George Orwell, 1933

The next moment . . . the doctor and the students came across to my bed, hoisted me upright and without a word began applying the same set of glasses, which had not been sterilized in any way. A few feeble protests that I uttered got no more response than if I had been an animal . . . . They only put on six glasses in my case, but after doing so they scarified the blisters and applied the glasses again. Each glass now drew about a dessert-spoonful of dark-coloured blood. As I lay down again, humiliated, disgusted and frightened . . . there was another treatment coming, the mustard poultice . . . . Two slatternly nurses had already got the poultice ready, and they lashed it round my chest as tight as a strait-jacket while some men who were wandering about the ward in shirt and trousers began to collect round my bed with half-sympathetic grins. I learned later that watching a patient have a mustard poultice was a favorite pastime in the ward . . . . For the first five minutes the pain is severe, but you believe you can bear it. During the second five minutes this belief evaporates, but the poultice is buckled at the back and you can’t get it off. This is the period the onlookers enjoy most. During the last five minutes, I noted, a sort of numbness supervenes . . . .

There was a light in the ward, enough to see by. I could see old Numéro 57 lying crumpled up on his side, his face sticking out over the side of the bed, and towards me. He had died sometime during the night, nobody knew when. When the nurses came they received the news of his death indifferently and went about their work. After a long time, an hour or more, two other nurses marched in abreast like soldiers, with a great clumping of sabots, and knotted the corpse up in the sheets, but it was not removed till some time later . . . . This business of people just dying like animals, for instance, with nobody standing by, nobody interested, the death not even noticed till the morning—this happened more than once.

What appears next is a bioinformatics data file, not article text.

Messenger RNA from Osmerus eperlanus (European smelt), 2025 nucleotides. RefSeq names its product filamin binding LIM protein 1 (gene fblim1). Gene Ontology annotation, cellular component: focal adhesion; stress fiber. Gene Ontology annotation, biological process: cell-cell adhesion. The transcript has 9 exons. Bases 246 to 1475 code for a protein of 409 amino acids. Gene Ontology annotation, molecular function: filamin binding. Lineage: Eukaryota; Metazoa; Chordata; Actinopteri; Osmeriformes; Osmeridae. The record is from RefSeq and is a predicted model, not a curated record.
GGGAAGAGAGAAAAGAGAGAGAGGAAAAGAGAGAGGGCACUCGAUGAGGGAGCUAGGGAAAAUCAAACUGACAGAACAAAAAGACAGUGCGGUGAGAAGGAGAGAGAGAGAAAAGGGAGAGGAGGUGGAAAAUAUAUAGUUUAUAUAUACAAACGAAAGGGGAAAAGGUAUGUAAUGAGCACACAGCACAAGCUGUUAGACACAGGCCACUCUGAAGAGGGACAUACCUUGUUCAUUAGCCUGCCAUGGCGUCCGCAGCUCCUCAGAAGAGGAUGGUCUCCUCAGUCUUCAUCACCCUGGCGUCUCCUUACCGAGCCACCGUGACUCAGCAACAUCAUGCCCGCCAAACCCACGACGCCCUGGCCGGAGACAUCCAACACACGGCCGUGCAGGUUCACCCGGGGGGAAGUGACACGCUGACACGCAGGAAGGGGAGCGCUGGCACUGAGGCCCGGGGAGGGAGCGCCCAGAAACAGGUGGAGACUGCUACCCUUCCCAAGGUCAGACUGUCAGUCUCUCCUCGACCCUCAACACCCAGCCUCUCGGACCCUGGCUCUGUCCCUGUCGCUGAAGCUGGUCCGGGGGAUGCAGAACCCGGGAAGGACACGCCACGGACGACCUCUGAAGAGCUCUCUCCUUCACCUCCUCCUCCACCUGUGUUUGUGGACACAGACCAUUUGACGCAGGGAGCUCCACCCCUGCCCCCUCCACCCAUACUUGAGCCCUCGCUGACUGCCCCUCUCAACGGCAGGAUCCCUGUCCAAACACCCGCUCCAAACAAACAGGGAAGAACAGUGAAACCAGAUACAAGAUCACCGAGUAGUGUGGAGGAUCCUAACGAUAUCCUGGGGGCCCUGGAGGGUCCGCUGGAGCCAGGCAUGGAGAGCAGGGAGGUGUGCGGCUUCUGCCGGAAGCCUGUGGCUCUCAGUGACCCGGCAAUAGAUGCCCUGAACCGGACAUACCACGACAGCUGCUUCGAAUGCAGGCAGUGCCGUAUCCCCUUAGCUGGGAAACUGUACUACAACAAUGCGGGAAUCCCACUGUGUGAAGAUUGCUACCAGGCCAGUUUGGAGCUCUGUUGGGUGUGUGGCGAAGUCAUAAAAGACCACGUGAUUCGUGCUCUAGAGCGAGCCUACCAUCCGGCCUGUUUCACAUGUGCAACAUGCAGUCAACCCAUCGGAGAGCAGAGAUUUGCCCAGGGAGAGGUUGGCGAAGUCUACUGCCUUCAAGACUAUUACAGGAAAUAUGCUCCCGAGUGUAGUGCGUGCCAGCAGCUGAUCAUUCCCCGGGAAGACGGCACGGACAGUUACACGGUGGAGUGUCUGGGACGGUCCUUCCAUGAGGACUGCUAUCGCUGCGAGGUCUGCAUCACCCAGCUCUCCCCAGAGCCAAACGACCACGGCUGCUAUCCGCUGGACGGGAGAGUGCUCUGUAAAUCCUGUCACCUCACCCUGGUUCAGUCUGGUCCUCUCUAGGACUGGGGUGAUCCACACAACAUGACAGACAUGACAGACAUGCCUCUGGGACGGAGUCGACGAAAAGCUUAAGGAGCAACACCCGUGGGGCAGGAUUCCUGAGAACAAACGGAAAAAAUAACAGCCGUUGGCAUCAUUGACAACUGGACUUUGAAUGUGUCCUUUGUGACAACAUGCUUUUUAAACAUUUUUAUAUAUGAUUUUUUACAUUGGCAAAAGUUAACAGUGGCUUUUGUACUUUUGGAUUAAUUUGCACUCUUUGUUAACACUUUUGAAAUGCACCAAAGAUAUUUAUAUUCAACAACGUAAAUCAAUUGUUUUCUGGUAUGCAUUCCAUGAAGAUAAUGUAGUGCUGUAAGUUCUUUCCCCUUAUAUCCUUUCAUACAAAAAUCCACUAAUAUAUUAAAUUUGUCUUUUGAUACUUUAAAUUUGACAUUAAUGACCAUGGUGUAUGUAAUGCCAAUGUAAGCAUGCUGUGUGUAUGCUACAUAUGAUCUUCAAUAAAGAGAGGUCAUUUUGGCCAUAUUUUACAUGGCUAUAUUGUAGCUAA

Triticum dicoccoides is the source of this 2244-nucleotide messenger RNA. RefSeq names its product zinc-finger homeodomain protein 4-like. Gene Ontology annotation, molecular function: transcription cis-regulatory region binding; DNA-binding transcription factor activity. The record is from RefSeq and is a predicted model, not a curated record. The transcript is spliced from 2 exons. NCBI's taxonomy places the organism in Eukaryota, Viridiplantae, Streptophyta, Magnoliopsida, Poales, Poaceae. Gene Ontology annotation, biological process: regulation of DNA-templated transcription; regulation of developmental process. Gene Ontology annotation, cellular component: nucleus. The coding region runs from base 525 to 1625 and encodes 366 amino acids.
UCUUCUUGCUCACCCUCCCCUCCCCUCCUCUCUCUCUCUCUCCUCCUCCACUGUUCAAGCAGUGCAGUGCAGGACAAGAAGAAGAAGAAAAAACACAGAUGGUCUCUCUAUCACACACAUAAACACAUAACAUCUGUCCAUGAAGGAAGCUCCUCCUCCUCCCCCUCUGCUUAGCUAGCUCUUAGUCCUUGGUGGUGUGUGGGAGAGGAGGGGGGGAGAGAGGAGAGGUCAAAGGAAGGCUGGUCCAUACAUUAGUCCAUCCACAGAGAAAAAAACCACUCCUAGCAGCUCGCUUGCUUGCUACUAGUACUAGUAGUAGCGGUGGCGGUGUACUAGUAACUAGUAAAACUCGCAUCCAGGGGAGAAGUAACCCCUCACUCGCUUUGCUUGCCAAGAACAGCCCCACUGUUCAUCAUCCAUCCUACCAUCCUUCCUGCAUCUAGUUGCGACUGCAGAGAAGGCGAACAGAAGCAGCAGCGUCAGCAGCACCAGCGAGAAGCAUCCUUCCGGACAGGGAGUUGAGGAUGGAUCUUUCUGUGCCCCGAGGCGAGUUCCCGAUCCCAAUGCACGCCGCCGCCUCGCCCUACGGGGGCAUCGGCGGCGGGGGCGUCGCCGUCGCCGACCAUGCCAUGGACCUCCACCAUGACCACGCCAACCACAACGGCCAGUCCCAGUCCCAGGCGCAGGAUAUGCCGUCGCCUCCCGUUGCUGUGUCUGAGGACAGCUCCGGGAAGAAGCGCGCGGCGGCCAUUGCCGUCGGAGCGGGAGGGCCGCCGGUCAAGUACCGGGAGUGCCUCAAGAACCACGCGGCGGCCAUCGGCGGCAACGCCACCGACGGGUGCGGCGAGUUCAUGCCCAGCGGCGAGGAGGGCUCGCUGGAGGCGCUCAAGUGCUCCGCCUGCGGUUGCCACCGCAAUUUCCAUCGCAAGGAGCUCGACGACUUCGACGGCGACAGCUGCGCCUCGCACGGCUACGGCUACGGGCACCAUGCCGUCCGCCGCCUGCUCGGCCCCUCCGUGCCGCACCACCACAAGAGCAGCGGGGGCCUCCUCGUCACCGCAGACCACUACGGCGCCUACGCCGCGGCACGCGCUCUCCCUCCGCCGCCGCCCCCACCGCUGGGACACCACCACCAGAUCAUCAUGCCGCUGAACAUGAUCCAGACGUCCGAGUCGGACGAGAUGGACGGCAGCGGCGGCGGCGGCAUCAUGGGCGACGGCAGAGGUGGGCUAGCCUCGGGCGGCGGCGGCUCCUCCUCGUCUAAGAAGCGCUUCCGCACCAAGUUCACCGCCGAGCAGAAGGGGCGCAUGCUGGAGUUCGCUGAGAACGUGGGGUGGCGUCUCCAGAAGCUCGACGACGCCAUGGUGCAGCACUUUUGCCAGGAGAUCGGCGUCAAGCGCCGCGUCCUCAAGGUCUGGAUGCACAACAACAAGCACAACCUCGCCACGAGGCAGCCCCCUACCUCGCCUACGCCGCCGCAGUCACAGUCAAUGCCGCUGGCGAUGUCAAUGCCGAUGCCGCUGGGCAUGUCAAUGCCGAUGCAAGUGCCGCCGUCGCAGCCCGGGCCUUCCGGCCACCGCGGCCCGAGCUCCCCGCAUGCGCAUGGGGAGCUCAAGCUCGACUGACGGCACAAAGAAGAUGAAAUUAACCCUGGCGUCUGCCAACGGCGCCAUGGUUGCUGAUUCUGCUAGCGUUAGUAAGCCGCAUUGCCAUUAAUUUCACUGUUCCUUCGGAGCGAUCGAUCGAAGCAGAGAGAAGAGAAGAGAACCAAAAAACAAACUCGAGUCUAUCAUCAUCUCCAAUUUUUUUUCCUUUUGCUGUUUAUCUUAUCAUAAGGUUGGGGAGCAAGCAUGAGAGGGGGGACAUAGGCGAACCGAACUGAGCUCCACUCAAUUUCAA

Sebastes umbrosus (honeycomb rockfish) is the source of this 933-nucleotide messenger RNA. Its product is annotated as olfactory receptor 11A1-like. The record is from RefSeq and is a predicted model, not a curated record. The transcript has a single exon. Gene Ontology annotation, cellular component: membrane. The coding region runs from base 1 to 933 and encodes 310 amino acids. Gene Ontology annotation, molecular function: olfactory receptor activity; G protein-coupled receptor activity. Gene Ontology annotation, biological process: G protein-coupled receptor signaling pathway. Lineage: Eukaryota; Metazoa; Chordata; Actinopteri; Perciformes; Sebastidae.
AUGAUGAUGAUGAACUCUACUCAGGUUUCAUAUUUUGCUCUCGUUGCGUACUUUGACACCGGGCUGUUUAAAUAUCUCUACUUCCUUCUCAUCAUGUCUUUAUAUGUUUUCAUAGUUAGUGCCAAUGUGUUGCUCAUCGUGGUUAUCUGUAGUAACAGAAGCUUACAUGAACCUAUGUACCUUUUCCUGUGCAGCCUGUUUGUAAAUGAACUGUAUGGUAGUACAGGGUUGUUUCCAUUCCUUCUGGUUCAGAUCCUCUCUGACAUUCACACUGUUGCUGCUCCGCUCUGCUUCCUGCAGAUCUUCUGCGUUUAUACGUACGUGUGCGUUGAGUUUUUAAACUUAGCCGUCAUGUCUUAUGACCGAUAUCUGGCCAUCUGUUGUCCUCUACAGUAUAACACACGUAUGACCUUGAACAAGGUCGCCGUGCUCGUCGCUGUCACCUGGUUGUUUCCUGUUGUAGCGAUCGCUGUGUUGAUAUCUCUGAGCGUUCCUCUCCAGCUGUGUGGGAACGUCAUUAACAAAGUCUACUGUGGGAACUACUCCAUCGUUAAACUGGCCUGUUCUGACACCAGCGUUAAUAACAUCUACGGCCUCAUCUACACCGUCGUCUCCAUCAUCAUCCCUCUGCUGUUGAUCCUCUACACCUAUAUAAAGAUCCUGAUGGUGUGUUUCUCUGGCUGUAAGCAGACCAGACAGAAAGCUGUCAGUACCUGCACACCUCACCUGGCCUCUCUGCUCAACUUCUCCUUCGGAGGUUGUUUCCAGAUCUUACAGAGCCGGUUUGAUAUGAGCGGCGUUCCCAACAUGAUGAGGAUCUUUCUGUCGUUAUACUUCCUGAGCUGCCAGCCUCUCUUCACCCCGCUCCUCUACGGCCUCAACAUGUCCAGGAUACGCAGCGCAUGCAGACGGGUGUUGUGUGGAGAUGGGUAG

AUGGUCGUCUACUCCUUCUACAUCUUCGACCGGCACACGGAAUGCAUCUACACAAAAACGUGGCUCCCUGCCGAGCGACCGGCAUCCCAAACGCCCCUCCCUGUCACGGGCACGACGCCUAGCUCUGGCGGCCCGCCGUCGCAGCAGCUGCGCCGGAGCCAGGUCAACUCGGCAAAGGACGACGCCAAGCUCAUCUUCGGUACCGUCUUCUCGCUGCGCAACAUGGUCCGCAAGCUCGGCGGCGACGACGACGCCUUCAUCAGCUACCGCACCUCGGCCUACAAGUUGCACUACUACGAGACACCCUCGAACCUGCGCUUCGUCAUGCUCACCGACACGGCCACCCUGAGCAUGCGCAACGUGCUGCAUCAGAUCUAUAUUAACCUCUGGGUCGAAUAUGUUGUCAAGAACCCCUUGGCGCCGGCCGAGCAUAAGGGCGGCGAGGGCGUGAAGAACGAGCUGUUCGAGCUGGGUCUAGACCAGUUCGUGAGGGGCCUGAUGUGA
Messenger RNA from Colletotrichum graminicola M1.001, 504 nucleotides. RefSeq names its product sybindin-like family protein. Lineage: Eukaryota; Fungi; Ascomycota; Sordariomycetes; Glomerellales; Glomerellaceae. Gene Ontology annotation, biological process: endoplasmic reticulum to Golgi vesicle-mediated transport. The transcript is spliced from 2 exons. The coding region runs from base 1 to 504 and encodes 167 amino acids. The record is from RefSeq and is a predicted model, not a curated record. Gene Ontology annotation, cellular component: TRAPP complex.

A recent review in the BMJ stimulated me to re-read George Orwell's essay, How the Poor Die. In this he described being treated for pneumonia in Paris in a hospital for the poor in 1929. He is put through a third degree by being interrogated at length by clerk, then marched without slippers through the snow while shivering from a high fever. He enters a low ill-lit room full of murmuring voices, three rows of beds so close that patients can touch each other. A foul, sweetish, fecal smell pervades the area, scraps of food and dirty dressings are discarded in the ward in a huge packing case infested by crickets. The nurses wake the patients at 5 am, take their temperature but do not wash them. Breakfast consists of a thin vegetable soup with slimy hunks of bread floating about in it. Rounds are made by a tall, solemn, black-bearded doctor followed by a retinue of interns and students. Day after day they walk past some of the beds, ignoring the imploring cries for help. They only stop at interesting cases, where students excitedly line up to palpate, percuss, auscultate. The patients have no privacy. They lie exposed, they suffer, urinate, and defecate in public view. They are treated like animals. They die alone, their organs already marked for a bottle in the museum, their bodies designated for dissection. Fortunately, as Dr. Davies points out in his review, such horrible conditions had become a thing of the past, even at the time when George Orwell wrote his classical essay.


Davies, P. How the Poor Die. BMJ 2012; 345:32.
Orwell, G. How the Poor Die, in Down and Out in Paris and London, 1946.


George Dunea, MD, Editor-in-Chief